Streaming video games has always been a dicey proposition, since even a second or two of lag can mean the difference between soaring success and ignominious defeat. The Amazon Fire TV is the latest box to get in on this noble experiment. The GameFly streaming service has a lot of room for improvement, but it's functional, and that's a good place to start.
GameFly, for those not familiar with it, is a game-rental service that sends you discs, then lets you send them back for another game when you're done. Its new streaming program, GameFly Streaming, is currently available only on the Amazon Fire TV. Rather than renting individual games, users pay between $7 and $10 for "packages" that include unlimited streaming of multiple games.
I tried out GameFly streaming firsthand on a few different titles. There are 36 in total, with a good variety of genres and age ranges, including action/adventure titles, shooters, kids' games and racing titles. Most of the titles are a few years old, and core gamers have probably played them before.
For my evaluation, I ran through levels in Lego Marvel Superheroes, Batman: Arkham City and Shank (an ultra-violent side-scrolling brawler). The first thing I noticed was that even on a wired connection drawing 80 Mbps, the graphics were not very good. I encountered a lot of fuzzy textures and indistinct level geometries, although nothing actually got in the way of gameplay.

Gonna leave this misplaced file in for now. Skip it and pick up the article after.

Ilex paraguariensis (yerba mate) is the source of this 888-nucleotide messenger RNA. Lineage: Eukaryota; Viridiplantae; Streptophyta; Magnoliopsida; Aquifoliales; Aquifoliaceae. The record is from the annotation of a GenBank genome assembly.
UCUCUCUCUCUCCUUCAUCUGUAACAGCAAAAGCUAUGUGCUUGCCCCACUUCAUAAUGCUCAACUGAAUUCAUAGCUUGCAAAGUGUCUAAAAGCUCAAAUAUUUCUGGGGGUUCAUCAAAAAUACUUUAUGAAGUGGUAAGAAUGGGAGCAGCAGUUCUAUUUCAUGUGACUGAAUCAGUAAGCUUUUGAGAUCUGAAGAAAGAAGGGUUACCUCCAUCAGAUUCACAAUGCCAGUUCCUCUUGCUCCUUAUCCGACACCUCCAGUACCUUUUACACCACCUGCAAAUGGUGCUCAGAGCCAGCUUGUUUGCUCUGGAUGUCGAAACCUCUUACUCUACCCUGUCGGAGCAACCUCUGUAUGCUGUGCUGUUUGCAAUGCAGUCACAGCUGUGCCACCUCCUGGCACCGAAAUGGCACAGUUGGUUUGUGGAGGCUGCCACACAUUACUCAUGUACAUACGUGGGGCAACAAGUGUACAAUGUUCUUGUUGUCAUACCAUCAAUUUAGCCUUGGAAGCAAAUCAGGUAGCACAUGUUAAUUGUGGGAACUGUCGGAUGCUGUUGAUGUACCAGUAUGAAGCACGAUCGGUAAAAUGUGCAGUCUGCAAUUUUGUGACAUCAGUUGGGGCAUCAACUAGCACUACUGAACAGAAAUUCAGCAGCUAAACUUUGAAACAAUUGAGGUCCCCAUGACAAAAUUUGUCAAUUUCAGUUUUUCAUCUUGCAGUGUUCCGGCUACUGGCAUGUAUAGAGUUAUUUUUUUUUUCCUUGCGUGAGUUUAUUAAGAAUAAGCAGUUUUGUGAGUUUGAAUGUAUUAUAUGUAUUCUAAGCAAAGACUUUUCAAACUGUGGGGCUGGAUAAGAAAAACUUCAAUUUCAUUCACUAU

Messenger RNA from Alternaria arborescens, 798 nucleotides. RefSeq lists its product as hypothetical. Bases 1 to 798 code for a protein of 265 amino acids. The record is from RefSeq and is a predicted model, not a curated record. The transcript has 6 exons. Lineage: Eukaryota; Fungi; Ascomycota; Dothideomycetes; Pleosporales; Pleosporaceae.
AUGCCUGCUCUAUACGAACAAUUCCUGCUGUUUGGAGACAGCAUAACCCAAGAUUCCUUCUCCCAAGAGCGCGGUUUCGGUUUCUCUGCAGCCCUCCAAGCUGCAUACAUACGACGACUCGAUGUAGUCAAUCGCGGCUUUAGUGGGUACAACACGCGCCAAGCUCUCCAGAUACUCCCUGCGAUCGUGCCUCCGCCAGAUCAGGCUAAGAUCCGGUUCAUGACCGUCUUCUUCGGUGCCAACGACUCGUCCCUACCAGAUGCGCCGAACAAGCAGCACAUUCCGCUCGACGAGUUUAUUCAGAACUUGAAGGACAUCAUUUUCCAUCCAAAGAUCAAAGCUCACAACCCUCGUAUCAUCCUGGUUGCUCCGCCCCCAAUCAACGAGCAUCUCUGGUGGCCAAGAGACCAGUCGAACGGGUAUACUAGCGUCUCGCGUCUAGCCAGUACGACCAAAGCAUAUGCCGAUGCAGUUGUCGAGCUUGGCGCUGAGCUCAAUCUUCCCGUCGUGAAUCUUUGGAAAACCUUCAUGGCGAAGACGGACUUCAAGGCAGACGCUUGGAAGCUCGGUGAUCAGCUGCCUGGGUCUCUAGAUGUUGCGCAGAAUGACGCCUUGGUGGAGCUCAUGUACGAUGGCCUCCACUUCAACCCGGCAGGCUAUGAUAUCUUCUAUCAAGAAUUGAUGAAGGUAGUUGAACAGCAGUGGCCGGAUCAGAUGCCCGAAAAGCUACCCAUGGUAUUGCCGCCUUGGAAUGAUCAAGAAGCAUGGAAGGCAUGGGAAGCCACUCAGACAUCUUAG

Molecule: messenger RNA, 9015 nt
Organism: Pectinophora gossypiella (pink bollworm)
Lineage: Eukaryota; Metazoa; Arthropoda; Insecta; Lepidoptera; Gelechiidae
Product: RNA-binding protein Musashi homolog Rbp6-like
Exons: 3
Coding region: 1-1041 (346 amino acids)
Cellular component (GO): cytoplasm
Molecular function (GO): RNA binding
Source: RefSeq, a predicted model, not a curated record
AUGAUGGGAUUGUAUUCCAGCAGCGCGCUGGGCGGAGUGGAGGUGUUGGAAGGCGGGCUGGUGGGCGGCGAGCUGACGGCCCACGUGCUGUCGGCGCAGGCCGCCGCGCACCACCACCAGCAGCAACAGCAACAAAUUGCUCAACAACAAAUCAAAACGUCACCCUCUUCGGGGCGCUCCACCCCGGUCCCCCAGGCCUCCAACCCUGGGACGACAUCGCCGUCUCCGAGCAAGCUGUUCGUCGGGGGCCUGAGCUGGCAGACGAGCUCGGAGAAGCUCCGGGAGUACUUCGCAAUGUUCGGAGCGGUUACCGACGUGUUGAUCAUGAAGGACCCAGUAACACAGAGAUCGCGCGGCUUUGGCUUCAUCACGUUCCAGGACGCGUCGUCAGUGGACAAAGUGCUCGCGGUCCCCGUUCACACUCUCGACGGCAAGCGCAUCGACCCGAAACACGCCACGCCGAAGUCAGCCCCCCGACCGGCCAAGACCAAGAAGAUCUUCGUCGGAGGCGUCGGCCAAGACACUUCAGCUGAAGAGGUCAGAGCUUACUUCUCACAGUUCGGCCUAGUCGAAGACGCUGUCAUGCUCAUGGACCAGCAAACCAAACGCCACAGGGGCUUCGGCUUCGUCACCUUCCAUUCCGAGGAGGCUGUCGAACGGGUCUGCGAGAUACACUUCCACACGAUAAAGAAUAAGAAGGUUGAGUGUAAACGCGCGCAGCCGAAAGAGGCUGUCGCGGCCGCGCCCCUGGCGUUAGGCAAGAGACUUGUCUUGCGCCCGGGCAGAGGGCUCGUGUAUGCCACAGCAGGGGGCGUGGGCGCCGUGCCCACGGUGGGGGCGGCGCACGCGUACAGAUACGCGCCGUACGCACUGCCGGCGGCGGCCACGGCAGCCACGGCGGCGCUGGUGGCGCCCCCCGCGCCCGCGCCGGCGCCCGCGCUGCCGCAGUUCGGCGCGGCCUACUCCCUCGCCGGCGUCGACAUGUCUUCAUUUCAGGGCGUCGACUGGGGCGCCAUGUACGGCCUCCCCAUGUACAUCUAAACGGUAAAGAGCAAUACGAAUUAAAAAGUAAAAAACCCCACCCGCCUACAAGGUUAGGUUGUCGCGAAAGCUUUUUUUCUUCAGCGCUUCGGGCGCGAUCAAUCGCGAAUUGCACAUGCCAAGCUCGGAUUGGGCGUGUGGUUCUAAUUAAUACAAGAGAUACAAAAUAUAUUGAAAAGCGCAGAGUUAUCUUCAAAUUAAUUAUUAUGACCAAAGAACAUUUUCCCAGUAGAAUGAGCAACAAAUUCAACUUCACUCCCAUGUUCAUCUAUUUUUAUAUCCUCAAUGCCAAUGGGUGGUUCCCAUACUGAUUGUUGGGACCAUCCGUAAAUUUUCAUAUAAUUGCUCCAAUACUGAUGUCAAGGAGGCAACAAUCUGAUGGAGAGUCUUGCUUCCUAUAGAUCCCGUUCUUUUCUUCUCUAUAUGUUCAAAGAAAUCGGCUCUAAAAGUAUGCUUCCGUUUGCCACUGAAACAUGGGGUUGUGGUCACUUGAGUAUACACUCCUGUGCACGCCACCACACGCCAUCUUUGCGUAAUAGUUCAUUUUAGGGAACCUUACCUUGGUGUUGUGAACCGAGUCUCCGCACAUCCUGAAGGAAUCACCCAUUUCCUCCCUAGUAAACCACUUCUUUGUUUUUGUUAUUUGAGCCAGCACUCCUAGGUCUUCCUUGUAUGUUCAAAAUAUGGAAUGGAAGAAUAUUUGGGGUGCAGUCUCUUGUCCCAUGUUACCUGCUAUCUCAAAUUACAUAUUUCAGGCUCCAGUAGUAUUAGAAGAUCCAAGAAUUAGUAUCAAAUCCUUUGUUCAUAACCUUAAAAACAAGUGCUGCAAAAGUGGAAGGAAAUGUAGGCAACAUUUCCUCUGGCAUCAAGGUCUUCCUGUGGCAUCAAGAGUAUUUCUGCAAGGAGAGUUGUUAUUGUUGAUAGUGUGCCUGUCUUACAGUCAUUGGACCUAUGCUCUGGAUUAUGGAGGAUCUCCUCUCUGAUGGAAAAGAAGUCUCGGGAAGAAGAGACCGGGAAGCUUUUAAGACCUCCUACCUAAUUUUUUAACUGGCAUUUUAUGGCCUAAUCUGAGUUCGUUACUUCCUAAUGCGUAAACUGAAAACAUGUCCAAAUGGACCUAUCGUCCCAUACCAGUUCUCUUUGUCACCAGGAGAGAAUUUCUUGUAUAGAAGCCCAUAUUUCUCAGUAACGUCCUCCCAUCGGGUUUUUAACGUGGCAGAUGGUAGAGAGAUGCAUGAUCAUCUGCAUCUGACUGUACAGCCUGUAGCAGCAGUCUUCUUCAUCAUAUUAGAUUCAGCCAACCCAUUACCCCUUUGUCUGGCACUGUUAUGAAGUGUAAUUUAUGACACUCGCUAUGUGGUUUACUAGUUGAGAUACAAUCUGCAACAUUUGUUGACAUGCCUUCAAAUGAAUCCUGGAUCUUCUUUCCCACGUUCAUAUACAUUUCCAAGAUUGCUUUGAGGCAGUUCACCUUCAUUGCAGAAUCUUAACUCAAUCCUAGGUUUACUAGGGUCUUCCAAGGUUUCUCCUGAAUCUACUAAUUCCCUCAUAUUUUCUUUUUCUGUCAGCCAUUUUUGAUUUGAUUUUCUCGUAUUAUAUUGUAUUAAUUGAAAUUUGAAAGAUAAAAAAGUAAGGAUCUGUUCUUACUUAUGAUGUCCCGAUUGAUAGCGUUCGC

Something else that didn't hamper gameplay was lag. Thankfully, there isn't any, although that doesn't mean that the games stream perfectly. The games clip (fail to render every element of the screen) and tear (hang on a frame, then jump ahead several frames) frequently, particularly the two 3D titles. (Shank ran better, possibly because it is the least graphically intensive of the three.)
During screens in which the animations got blurry and the screen got pixelated, I found that the camera (the player's focus) was the first thing to take a hit. (But my coworkers and I noted that it had no problem constantly highlighting Catwoman's hindquarters during scenes in Arkham City where she took center stage.)
The GameFly app is free, and you can try any game you like for 10 minutes, so it's worth a shot for anyone who has an Amazon Fire TV. If the project proves profitable, perhaps GameFly will expand its service to boxes such as the Nexus Player or the Apple TV. My hands-on didn't convince me that streaming big-budget games is finally 100-percent viable, but it worked well enough to actually play through a game, and that's a good start.
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